[IMGCAP(1)]Samuel A. DiPiazza, Jr., has some thoughts to share about the accounting profession, his firm and the state of the economy, before his retirement, after having served as CEO of PricewaterhouseCoopers International Limited since 2002.

Previously, he led the PricewaterhouseCoopers U.S. firm as chairman and senior partner. He joined the U.S. firm in 1973 and became a partner in 1979. He currently serves as a trustee of the International Accounting Standards Committee Foundation, chairman of the World Business Council on Sustainable Development, and executive committee member of the International Business Council of the World Economic Forum.

Very active in civic affairs, DiPiazza is the past global chairman of Junior Achievement Worldwide, and serves as a member of the executive council of the Inner City Scholarship Fund, the executive committee of the World Trade Center Memorial Foundation, and the board of directors of the New York City Ballet.

How is PricewaterhouseCoopers coping with the recession? Are your clients cutting back or do they seem to need more accounting services?

If you look at the markets right now, they’re challenging for almost every sector, whether you’re in financial services, manufacturing, technology or transportation. It’s hard to find one of our clients not facing a very challenging year. In this environment, where the capital markets have been slow, the lack of capital being raised, debt hard to be financed, clearly that has an impact on firms like ours. From a PwC perspective, our business is clearly slower than it was a year or two ago, but still, compared to most other sectors, we’re faring fine. Our tax business and our advisory business continue to be in growth mode. Our assurance business has slowed, but that’s primarily the result of the lack of transactions and the lack of capital markets. That will go on for a while longer. We’ve worked really hard to avoid having to do any reductions in force, and in most of our markets around the world, we’ve managed to do that. Just in a handful of places, such as Ireland or Eastern Europe, where the markets are more challenging, we’ve had to reduce staff, but overall our approach has been to weather the storm, and we feel pretty good about how we’ve approached it.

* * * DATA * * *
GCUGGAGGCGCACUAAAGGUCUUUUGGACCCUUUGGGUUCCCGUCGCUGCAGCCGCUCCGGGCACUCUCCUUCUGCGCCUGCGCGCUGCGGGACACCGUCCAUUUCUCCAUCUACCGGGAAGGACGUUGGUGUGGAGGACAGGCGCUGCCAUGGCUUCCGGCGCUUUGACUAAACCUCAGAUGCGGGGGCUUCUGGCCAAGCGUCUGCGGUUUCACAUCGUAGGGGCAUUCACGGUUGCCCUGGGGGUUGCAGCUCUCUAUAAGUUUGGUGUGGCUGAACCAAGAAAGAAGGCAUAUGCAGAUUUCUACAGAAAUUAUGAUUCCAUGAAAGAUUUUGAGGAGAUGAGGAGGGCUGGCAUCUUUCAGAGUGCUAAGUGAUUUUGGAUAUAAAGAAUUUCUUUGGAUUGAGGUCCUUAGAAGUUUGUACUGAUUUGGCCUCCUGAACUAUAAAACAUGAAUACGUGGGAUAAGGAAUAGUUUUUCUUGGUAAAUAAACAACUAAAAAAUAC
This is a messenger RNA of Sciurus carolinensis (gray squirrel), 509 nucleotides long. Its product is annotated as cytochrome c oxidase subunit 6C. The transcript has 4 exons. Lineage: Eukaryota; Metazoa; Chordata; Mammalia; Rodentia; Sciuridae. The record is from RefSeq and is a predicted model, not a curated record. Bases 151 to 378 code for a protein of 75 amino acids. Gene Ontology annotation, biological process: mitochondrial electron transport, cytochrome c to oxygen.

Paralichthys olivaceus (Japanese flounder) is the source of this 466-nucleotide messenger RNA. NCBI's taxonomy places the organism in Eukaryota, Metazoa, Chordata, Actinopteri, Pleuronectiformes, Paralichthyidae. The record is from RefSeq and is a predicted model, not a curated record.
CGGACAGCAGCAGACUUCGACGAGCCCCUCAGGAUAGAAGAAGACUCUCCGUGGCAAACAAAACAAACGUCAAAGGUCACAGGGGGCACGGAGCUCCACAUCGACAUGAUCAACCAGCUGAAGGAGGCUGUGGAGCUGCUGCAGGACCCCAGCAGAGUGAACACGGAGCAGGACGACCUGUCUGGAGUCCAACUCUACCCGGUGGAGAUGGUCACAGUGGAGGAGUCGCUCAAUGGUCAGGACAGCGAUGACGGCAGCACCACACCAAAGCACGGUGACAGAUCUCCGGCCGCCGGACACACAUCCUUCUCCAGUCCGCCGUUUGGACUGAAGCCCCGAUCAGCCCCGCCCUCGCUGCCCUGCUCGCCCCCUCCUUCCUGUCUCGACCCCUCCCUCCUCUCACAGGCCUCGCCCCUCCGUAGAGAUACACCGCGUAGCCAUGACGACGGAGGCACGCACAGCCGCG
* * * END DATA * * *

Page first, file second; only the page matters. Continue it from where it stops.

These days, accounting firms seem to be taking the blame for the economy in some ways, with liability suits from shareholders and pressure from Congress to relax accounting standards such as mark-to-market and fair value. Does PwC feel that kind of pressure too?